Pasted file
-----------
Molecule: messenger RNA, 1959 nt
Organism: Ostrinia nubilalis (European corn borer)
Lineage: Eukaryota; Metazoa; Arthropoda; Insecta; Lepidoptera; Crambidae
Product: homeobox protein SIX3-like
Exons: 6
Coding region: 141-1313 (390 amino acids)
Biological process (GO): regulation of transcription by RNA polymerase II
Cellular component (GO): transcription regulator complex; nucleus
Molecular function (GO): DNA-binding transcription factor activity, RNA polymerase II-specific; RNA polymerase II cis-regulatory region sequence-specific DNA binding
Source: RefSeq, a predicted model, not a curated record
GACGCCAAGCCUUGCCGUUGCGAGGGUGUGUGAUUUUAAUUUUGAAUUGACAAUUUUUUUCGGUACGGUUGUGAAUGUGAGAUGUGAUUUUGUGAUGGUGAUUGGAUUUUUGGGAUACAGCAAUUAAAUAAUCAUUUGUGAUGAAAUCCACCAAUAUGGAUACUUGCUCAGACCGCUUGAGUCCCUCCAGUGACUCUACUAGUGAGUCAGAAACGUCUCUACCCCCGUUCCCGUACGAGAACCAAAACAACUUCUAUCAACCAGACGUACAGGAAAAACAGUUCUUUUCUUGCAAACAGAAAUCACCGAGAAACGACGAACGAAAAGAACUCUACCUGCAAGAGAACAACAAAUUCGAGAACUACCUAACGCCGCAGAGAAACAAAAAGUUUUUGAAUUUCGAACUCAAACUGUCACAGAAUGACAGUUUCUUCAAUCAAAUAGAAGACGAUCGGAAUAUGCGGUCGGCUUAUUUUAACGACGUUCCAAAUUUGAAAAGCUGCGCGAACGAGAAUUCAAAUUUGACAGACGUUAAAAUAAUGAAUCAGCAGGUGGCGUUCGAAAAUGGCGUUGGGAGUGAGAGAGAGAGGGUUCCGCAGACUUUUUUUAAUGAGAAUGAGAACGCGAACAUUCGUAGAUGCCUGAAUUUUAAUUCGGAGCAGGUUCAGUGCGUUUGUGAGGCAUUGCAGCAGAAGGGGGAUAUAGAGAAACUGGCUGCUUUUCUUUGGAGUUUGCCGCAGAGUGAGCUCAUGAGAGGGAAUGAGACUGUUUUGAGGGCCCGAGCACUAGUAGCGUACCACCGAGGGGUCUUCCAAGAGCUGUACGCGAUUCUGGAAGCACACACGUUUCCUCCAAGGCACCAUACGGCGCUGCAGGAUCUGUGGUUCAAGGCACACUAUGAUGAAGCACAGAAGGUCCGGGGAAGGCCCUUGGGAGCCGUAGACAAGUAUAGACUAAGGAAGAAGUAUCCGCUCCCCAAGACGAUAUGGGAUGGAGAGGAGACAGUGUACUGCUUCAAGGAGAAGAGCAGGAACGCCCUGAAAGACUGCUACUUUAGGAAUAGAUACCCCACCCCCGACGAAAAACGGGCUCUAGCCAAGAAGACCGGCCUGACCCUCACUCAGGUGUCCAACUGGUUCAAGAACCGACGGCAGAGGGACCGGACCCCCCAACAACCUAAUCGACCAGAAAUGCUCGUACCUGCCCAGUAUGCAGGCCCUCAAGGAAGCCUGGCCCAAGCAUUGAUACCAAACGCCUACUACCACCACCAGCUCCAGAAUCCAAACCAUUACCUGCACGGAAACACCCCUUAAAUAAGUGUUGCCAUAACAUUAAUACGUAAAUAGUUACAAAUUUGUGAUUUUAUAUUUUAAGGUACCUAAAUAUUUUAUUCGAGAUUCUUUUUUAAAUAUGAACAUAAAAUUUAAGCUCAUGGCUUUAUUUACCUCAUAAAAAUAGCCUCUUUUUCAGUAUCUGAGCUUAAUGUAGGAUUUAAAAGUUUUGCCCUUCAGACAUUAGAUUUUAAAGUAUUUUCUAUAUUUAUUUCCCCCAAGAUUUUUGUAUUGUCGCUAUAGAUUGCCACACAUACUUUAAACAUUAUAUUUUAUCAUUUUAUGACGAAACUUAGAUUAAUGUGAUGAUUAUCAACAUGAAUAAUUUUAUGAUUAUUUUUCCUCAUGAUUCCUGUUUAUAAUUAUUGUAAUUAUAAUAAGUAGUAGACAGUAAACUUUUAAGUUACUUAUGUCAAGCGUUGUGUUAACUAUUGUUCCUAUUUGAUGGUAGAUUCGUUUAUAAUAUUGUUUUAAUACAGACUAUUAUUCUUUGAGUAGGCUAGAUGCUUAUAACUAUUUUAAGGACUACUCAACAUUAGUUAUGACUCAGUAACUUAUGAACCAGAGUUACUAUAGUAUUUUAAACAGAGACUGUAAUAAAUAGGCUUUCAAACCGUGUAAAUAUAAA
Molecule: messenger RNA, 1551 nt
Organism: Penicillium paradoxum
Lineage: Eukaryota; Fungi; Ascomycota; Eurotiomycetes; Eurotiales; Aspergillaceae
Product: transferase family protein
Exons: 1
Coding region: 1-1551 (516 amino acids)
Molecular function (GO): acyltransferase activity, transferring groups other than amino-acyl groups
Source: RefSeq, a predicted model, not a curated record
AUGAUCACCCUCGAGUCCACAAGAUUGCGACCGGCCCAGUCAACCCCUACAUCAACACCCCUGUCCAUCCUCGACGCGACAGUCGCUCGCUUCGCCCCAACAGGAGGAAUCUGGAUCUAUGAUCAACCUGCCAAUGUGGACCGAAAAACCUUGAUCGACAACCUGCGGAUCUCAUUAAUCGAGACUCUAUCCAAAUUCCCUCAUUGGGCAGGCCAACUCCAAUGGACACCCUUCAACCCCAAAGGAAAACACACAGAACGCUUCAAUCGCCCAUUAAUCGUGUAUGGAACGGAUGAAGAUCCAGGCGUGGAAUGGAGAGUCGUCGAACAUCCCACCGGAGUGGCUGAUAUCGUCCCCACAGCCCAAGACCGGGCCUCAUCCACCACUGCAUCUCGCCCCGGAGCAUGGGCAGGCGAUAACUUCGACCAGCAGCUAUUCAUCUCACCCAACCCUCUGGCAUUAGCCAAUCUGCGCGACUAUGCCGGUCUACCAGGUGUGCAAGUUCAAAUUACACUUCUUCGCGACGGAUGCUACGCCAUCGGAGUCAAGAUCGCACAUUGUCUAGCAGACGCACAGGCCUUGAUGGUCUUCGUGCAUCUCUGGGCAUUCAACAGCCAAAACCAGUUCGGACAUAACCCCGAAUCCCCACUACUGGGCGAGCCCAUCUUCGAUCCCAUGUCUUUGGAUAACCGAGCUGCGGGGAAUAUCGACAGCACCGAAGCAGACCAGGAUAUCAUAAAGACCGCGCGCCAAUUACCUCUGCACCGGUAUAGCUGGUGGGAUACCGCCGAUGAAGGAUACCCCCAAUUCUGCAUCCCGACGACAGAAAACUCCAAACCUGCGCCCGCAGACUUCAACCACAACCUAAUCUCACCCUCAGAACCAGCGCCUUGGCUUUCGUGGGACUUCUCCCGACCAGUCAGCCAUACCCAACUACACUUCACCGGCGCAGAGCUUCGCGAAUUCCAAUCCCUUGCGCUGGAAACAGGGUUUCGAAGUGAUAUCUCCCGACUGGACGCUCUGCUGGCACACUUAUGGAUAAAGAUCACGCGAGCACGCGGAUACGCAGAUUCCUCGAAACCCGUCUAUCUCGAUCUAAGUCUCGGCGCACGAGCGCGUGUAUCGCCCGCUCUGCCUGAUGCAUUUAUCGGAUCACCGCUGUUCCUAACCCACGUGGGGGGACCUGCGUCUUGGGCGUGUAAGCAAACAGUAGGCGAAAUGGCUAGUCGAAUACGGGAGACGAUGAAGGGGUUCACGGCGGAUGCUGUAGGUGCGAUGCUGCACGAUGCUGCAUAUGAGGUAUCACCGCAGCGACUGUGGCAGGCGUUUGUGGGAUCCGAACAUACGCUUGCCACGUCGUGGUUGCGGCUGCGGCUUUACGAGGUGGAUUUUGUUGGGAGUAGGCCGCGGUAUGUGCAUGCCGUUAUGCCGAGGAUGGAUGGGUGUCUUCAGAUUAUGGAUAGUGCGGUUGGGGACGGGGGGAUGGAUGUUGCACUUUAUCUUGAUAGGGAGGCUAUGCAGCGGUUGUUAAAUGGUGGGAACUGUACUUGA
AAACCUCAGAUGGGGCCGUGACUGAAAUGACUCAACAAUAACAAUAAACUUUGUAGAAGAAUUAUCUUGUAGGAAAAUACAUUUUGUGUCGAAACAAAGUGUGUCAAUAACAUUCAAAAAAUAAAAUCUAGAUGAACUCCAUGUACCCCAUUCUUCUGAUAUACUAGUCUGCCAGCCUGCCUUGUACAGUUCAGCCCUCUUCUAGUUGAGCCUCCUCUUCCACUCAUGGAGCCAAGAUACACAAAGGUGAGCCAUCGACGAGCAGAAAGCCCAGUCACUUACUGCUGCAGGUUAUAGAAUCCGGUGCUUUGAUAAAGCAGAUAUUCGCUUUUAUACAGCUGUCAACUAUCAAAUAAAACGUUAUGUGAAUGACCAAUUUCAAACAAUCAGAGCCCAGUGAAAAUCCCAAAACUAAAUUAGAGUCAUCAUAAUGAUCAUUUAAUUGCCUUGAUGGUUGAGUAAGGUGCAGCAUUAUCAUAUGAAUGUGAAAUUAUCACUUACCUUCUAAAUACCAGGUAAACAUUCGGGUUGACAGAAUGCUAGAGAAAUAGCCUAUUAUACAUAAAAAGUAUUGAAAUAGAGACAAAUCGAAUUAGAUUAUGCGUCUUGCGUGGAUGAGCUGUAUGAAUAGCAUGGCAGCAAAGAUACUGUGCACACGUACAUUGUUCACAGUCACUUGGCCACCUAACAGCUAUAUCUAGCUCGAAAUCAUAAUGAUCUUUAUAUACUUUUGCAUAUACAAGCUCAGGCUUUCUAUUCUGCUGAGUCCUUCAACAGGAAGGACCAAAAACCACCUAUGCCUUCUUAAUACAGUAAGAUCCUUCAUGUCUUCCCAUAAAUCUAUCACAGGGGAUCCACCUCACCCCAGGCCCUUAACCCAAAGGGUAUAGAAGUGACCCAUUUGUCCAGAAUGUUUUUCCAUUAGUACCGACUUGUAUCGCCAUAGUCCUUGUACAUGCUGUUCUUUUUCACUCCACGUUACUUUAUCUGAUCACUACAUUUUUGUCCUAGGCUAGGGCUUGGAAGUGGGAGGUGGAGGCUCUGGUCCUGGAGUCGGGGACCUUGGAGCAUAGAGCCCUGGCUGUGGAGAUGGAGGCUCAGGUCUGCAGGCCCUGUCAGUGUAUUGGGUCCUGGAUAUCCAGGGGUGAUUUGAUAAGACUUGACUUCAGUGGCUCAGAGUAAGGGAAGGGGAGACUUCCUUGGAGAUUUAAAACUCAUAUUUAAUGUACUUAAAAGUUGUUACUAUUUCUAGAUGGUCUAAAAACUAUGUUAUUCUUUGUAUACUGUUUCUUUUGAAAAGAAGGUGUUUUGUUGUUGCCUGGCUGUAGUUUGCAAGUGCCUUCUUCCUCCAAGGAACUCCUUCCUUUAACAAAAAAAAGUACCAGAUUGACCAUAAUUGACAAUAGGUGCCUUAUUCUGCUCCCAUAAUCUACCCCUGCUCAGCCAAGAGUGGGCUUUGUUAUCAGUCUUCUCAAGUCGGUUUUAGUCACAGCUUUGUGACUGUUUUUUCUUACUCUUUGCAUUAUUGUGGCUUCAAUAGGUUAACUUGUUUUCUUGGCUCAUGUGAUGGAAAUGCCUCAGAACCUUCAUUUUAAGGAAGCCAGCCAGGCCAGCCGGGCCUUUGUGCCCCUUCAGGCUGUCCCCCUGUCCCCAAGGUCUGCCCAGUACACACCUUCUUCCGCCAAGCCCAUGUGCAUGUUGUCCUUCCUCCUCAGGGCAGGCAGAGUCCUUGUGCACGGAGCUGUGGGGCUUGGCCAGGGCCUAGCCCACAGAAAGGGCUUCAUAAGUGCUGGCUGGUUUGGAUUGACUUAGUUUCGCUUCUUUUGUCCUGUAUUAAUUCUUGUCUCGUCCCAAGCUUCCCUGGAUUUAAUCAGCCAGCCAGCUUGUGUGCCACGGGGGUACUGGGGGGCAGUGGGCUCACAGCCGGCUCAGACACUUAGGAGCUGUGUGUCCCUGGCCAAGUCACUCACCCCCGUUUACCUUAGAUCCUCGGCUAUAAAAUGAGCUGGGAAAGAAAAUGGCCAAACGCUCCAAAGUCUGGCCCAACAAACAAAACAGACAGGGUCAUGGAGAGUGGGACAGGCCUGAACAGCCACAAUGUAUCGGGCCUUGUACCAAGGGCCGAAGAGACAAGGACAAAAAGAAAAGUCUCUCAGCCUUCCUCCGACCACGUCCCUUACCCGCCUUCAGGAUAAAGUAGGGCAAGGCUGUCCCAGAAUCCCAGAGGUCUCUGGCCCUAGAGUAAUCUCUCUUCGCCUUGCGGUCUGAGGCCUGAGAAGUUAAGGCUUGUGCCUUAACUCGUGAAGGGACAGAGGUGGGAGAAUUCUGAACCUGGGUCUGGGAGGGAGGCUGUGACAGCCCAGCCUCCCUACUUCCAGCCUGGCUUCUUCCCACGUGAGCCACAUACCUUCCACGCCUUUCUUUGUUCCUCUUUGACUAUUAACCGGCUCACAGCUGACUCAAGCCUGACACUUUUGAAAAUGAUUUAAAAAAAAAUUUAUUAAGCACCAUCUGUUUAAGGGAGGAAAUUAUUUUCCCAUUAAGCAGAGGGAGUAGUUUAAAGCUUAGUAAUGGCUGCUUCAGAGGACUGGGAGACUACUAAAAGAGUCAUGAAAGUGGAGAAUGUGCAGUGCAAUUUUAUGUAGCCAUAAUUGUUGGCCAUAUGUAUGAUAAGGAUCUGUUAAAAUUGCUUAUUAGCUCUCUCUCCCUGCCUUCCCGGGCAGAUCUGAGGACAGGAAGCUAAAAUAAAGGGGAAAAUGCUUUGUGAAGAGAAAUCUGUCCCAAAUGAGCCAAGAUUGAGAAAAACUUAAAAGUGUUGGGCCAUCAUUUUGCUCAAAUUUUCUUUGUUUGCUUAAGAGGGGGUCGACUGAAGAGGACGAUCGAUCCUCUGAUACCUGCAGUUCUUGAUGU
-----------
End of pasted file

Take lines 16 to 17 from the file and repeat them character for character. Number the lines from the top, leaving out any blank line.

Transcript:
Exons: 1
Coding region: 1-1551 (516 amino acids)